Mount Desert Island is a wonderful place to explore the wonders and bounty of nature. With our special mix of mountains, marshes, lakes, ocean, tidal areas, fields, and forests, our island is home to a wide variety of plant species. Just take a walk anywhere on the island and you will encounter a variety of trees, ferns, mosses, wild flowers, and fruiting bushes. We are by no means biologists or plant specialists here at Gift MDI, but are lovers of our island who want to learn more about what surrounds us. We were curious about some of the plants and flowers that seem to be synonymous with our piece of Eden, so we did some research and this is what we learned.

By Any Other Name

Whether you know them as beach roses, saltspray rose, or by their formal name, Rosa Rugosa are as hardy as Mainers. While not native to New England, these roses have proliferated across Maine’s coast for the last century and they certainly seem like locals. Rugosa Roses are actually native to Japan, China, and Korea, and arrived in the USA as an ornamental flower.

Rosa Rugosa are loved by Mainers for several reasons- they bloom almost continuously from late spring to early fall, they grow in what otherwise seem to be inhospitable spots, and they are resistant to most pests. Rugosa are very easy to grow and spread quickly. In fact, they sometimes spread too quickly and become invasive, so do take care if you plan on introducing this plant into your yard or garden.

Perhaps our favorite thing about Rosa Rugosa are their hips! Rose hips are the seed pods or fruits left behind after the roses stop blooming. Rugosa roses are known for having the largest, most abundant, and best tasting hips of all the rose varieties. Rose hips can be used for a variety of purposes, from herbal medicine, to food or teas, or as a seaside snack. For tips on how to harvest and use rose hips, visit here.


Lovely Lupines

The lupine is an iconic flower that proliferates here on Mount Desert Island. They bloom in fields and gardens across Maine in early June, often marking the arrival of summer. Wild lupines did once exist in Maine, but the type you see blanketing our fields and roadsides are almost definitely a related, introduced species. The proper name for this plant is Lupinus polyphyllus, or Bigleaf Lupine, and it was brought to Maine from the western United States.

Lupines come in a variety of colors, most often a range of pinks, whites, blues, and purples. They produce striking flowers on long spikes, and resemble pea pods after they are done flowering. Like Rugosa Roses, lupines prefer sandy, acidic soil, and grow very easily here on MDI. Bumblebees love lupine, so look carefully and you might spot these happy pollinators.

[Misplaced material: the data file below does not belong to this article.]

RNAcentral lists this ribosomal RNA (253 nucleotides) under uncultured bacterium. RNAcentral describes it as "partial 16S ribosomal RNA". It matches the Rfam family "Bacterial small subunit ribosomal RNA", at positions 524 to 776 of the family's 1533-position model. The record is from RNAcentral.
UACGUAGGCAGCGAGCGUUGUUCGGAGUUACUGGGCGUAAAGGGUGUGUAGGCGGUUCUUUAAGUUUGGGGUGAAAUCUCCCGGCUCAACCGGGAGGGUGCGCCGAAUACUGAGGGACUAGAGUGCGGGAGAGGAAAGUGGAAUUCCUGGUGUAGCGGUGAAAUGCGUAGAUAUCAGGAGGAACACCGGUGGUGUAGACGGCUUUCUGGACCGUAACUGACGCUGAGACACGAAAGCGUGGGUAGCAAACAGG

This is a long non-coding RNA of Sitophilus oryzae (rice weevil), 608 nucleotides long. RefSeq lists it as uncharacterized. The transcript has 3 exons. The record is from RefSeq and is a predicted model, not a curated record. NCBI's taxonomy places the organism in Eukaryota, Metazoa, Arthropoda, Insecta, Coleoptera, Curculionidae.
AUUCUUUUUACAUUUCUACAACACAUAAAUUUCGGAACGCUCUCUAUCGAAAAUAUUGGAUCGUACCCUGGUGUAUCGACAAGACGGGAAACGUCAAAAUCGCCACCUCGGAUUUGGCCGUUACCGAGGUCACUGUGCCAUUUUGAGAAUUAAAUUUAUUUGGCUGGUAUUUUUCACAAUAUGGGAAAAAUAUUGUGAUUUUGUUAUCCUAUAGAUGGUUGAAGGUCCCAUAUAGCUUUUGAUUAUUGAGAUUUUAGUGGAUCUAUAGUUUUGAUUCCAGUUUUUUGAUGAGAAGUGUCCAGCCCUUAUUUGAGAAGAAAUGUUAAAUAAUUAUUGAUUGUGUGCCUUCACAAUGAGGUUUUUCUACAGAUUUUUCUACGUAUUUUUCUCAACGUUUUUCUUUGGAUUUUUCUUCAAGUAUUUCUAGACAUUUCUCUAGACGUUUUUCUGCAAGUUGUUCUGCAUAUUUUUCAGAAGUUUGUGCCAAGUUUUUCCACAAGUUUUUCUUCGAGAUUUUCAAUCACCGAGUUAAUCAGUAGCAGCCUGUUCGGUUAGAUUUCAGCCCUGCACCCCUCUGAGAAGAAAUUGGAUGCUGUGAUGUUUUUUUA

Maine’s State Fruit

The lowbush, or wild blueberry, is perhaps the favorite native plant on MDI. Wild blueberries are different from the cultivated blueberries you buy in most grocery stores. While cultivated blueberries grow on high bushes and have a larger fruit, lowbush wild blueberries grow on short shrubs in a relatively small range from Northern New England through eastern Canada.

Wild blueberries may be smaller than their cultivated cousins, but they are widely hailed as more delicious and nutritious! Wild blueberries have more than double the fiber and antioxidants as regular blueberries and have a more intense flavor. Most often picked or raked by hand, much of Maine’s wild blueberry harvest is flash frozen and sold around the world. For those of us lucky enough to be in Maine, bakers and trail-side snackers alike revel in our wild blueberry season (which typically runs from late July-August).

The beauty of lowbush blueberry shrubs doesn’t end when summer is over. In fact, many locals appreciate the fall colors of wild blueberry bushes almost as much as the fruits themselves. In the fall, blueberry fields turn a stunning red as the foliage turns color. It is an amazing scene to drive through wild blueberry barrens that almost appear to be on fire from their intense autumn colors.

 

Do you love wild blueberry baked goods and treats? Visit Bar Harbor Jam for a wide variety of speciality products that feature wild Maine blueberries!


Your Favorite Plants?

What are your favorite plants on MDI? Which do you consider most iconic when you think of our island? Please share  with us, we love hearing from our readers.

If you are interested in a biologist’s take on our local flora, check out these links:
List of common native plants in Acadia
Wild Gardens of Acadia

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